Cam High’s Staff Discusses Switching to Block Schedule Next Year


Ian Lattimer

This schedule shows an example of a block schedule. On day “A”, students would have periods 1, 3, 5. On day “B”, students would have periods 2, 4, 6.

Enrico Magtoto, Staff Writer

Recently, Cam High’s faculty has discussed the possibility of adopting a block schedule for the 2019-2020 school year.

Block scheduling is an alternate type of academic scheduling where not all classes are every day of the week. The schedule will still have six periods, but the classes will be divided throughout the week so that each class is longer. All odd-numbered periods will be on one day, while even-numbered periods will be on another day, with the two  schedules alternating every day.

However, school will still begin and end at the same time. “The time of school won’t change, and we’ll still start at 7:55 A.M. and end at 3:00 P.M., it’s just a matter of how the periods are broken up in those hours,” said Peterson.

Teachers are considering a block schedule because it potentially allows for students to have less homework and an allotted time for tutoring during the school day, called ‘Scorpion Success’. “It’s where each teacher has a small group of students, and they would be like a second counselor. It’s a home room but more than a home room,” said Ms. Ida Lange, head of the Little Scorps Day Care Program.

“The department chairs and the instructional team meet with Dr. Stephenson once a month, and as a whole we think that the current schedule is not a good service for our students,” said Lange.

Lange believes the current schedule is not the best opportunity for students since many are struggling to fit classes into their schedules. “I feel like I shouldn’t be penalizing students for taking what they want and school, with summer school, and I want the kids to be kids and for [them] to have a summer,” said Lange.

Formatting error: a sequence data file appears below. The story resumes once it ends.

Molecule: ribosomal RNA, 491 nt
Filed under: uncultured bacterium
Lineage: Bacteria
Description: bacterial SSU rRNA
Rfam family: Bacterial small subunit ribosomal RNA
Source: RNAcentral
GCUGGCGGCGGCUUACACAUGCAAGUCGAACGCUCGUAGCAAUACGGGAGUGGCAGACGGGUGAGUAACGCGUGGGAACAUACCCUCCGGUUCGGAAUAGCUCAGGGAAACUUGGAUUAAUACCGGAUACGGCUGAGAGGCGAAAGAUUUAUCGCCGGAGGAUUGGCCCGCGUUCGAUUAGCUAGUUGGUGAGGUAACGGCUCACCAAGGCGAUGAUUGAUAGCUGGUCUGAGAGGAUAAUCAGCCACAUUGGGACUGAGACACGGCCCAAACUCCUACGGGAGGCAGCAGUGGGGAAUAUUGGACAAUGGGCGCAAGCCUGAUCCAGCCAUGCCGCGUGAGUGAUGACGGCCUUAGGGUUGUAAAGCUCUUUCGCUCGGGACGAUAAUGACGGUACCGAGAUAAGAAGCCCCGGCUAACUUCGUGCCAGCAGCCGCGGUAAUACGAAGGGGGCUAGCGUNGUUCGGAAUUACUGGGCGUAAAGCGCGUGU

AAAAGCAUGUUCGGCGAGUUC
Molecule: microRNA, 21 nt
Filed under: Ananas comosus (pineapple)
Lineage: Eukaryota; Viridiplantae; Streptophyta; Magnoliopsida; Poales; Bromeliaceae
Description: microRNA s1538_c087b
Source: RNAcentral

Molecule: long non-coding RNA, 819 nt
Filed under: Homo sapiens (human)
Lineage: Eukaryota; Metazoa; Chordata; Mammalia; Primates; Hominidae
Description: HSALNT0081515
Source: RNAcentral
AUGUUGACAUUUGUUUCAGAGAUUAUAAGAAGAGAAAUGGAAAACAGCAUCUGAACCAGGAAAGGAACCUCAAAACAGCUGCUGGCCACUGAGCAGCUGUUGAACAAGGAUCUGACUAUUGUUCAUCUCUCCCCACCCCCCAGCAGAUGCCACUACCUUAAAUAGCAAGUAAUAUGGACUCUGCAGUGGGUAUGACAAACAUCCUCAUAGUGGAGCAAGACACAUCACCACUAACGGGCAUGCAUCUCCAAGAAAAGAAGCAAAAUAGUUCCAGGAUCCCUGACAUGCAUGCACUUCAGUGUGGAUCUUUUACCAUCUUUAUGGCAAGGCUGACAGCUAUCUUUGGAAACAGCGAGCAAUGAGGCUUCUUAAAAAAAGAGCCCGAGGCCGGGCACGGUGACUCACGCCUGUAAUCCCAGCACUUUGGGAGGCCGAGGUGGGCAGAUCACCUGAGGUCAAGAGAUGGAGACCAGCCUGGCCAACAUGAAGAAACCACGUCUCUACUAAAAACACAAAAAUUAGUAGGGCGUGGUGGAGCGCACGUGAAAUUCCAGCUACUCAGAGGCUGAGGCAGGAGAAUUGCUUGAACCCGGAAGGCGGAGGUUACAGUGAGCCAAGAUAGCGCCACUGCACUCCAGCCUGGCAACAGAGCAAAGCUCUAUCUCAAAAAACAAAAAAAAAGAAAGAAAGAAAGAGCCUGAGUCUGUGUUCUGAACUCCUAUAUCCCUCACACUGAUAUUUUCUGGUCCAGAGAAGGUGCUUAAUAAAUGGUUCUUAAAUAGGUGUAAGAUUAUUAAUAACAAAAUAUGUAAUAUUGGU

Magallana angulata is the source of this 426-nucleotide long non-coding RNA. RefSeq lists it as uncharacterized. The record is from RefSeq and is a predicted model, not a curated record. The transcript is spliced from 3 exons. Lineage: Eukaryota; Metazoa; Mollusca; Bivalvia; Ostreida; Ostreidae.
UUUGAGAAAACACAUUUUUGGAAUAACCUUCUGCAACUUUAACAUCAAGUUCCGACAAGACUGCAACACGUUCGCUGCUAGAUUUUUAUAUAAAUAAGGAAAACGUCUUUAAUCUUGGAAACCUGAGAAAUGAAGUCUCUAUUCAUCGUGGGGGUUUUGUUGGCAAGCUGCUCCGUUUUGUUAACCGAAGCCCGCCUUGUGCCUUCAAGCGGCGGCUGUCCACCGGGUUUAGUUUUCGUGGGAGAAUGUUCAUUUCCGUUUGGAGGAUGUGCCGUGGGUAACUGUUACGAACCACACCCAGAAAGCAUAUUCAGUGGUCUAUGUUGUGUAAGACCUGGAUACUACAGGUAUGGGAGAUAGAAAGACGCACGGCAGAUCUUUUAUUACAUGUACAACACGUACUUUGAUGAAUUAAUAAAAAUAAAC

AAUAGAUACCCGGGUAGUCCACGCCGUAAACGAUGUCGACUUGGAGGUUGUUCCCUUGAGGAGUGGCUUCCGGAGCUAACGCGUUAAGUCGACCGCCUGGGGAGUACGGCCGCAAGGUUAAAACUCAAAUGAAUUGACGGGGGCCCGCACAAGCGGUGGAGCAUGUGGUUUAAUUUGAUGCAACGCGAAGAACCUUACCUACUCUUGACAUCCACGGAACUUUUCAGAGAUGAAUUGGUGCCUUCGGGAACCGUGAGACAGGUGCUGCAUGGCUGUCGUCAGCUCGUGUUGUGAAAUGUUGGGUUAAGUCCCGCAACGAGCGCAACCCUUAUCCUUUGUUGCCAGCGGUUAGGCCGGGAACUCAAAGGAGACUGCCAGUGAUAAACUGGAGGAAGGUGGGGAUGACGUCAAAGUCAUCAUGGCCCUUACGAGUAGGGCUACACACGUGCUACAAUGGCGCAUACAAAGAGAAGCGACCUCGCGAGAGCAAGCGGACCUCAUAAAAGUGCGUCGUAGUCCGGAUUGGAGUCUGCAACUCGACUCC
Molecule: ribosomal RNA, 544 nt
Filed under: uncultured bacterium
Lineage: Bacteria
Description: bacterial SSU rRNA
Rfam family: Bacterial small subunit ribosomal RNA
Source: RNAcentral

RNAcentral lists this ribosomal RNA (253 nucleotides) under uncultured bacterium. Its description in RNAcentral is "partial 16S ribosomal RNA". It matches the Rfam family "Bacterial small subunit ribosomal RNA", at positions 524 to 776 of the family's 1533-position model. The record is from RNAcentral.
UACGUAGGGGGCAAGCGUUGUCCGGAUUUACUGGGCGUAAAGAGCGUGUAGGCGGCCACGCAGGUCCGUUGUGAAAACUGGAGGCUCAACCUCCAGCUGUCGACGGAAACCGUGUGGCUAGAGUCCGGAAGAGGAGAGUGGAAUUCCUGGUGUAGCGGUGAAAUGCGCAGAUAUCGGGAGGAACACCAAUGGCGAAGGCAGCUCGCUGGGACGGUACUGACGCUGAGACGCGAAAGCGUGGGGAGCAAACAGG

A suggestion to alternate between normal and block schedule was suggested. “A modified block is considered, where it’s not block all the five days, where we can have schedules alternating between normal six period schedules and the block schedules,” said Lange.

Some teachers are supportive of the proposed schedule. “As long as it’s good for the students, I think it’s a good idea,” said chemistry teacher Ms. Carla Davis.  She also described the teachers’ plan to add advisory classes to help guide students in their plans for the future.

“Any schedule change that can free up some stress on the kids’ shoulders is a good idea,” said Associate Principal Mr. Gary Peterson. He also mentioned that with longer periods, students can have more time to ask for help that does not interfere with their personal time.

The department and instructional teams are currently still in discussion to decide if the change can happen and what it would look like. “We’re just getting information, but it’s probably not going to happen this year,” said Davis.